A key consideration was harmonizing the Brain-CODE CDEs with those of other large, centralized data repositories and CDE initiatives, as this would facilitate sharing of data among the larger research community to allow comparison of the results from one study with another. One example is the United States National Institute of Neurological Disorders and Stroke (NINDS) CDE initiative, which is developing CDEs for NINDS-supported clinical neuroscience research (27). This CDE initiative includes many disease areas that are in common with Brain-CODE, including epilepsy (28), traumatic brain injury (29) and neurodegenerative diseases (27). The Clinical Data Interchange Standards Consortium (CDISC) also provide data standards that should be considered for CDEs, including alignment with relevant Clinical Data Acquisition Standards Harmonization (CDASH)-recommended standards and guidelines for recording of demographic information (30). Indeed, alignment with existing standards should be an important consideration when designing a study to support collaborative research and data sharing, as described in the Guidelines for Data Acquisition, Quality and Curation for Observational Research Designs (DAQCORD) (31). However, it is important to recognize that although prospective standardization with existing, relevant databases is ideal to facilitate data synthesis, implementing common data collection standards with all relevant initiatives, particularly established studies and legacy data, is clearly not possible. Thus, to permit established studies or existing data to be sufficiently comparable, retrospective harmonization will also be required to define a set of core variables, including establishing conventions and equivalencies of data dictionary terms (32).

Neuropsychiatric symptoms are prevalent in neurological disorders, with rates varying anywhere from 0 to 90%, depending on the assessments used, patient samples and type of disease (3335). Although prevalence rates across neurological disorders are difficult to ascertain as different outcome measures and criteria are often used, studies generally show prevalence rates of depression and anxiety that are higher than in the general population and negatively impact well-being and progression of disease (3335). In the present analysis of participant-level data pooled across different studies and using standardized outcome measures, depression scores (QIDS-SR) were found to be higher in ALS, FTD, and PD cohorts, but not AD/MCI and CVD, as compared to age-matched controls (see Table 3). The mean QIDS-SR total scores for the ALS, FTD, and PD cohorts indicated overall “mild” levels of depression, as compared to the “moderate” levels observed in the MDD cohort (see Figure 1). No differences, however, were noted in GAD-7 scores in any of the ONDRI ND cohorts as compared to age-matched controls.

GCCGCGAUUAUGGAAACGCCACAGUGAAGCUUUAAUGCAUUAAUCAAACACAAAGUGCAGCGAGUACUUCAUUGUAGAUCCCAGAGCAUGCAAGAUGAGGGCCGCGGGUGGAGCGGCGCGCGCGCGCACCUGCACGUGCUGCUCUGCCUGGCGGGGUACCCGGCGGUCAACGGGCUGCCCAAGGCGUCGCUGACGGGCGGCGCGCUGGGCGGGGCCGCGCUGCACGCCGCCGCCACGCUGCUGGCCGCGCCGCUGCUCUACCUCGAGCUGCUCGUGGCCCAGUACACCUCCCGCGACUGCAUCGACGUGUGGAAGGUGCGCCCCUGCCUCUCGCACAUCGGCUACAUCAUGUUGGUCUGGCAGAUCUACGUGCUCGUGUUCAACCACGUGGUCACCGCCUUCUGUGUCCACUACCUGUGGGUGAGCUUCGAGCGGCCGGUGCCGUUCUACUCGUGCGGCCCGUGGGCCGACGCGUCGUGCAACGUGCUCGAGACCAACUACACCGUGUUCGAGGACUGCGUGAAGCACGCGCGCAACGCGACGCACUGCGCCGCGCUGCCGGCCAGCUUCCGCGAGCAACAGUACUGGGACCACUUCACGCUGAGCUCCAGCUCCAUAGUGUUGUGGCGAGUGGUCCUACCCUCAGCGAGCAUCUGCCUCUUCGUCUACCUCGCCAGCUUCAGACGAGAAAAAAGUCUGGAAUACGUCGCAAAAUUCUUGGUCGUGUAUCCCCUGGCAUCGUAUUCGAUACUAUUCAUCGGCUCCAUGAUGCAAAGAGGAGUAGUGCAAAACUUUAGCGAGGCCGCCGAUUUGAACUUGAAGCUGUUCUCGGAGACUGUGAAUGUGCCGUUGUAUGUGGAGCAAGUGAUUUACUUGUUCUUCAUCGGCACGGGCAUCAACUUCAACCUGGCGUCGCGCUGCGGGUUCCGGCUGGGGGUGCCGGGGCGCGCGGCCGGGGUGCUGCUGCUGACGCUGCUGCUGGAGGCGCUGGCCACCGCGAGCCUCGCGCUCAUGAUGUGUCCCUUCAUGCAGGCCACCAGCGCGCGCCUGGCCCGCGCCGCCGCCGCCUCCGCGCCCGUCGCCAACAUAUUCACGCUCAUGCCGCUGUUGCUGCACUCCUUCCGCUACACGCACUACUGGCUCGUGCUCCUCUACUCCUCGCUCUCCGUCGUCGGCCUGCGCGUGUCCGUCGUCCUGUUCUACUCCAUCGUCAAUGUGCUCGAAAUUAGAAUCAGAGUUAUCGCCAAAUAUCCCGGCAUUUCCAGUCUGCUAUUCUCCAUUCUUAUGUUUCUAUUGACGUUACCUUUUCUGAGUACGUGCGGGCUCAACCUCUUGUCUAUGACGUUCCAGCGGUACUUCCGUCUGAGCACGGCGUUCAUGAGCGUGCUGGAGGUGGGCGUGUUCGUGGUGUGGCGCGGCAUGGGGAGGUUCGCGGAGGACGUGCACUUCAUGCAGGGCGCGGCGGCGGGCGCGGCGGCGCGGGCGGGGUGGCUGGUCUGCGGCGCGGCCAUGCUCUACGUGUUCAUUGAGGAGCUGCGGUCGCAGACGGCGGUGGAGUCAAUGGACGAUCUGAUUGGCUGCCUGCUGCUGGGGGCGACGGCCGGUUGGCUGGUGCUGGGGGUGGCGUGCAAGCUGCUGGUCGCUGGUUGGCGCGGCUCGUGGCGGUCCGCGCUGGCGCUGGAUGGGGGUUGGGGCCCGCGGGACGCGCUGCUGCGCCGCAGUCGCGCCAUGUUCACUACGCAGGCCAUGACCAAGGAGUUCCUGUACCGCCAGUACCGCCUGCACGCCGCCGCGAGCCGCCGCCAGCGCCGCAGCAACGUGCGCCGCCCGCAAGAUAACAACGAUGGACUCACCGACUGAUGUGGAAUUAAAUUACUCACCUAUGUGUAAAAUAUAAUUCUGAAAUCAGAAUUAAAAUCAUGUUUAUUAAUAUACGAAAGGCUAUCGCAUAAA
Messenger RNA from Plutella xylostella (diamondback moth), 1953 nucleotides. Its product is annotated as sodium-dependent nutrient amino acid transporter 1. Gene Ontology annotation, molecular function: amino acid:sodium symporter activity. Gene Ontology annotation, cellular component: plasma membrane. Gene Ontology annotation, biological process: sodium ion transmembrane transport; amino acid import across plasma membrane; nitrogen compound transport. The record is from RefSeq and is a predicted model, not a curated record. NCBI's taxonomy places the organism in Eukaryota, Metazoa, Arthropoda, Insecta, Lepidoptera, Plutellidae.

As part of the ONDRI protocol, individuals with “unstable psychiatric illness defined as psychosis (hallucinations or delusions), lifelong history of major depression, or untreated late-onset major depression within 90 days of the screening visit” were excluded from the study (16). As a result, individuals with more severe psychiatric symptoms or a clinical diagnosis of MDD were excluded from the ONDRI study. However, although the relatively low levels of depressive symptoms and absence of anxiety-related symptoms may in part be explained by ONDRI study selection bias, other factors may also be involved, including adaptive psychosocial adjustment and coping strategies (36, 37). This is consistent with the “disability paradox” in which persons with neurological disorders (and other chronic illnesses) adapt to their disabilities and report better well-being and quality of life than would be expected from the general population (36). Studies are currently underway using the Brain-CODE CDEs to assess psychosocial determinants of quality of life across disorders.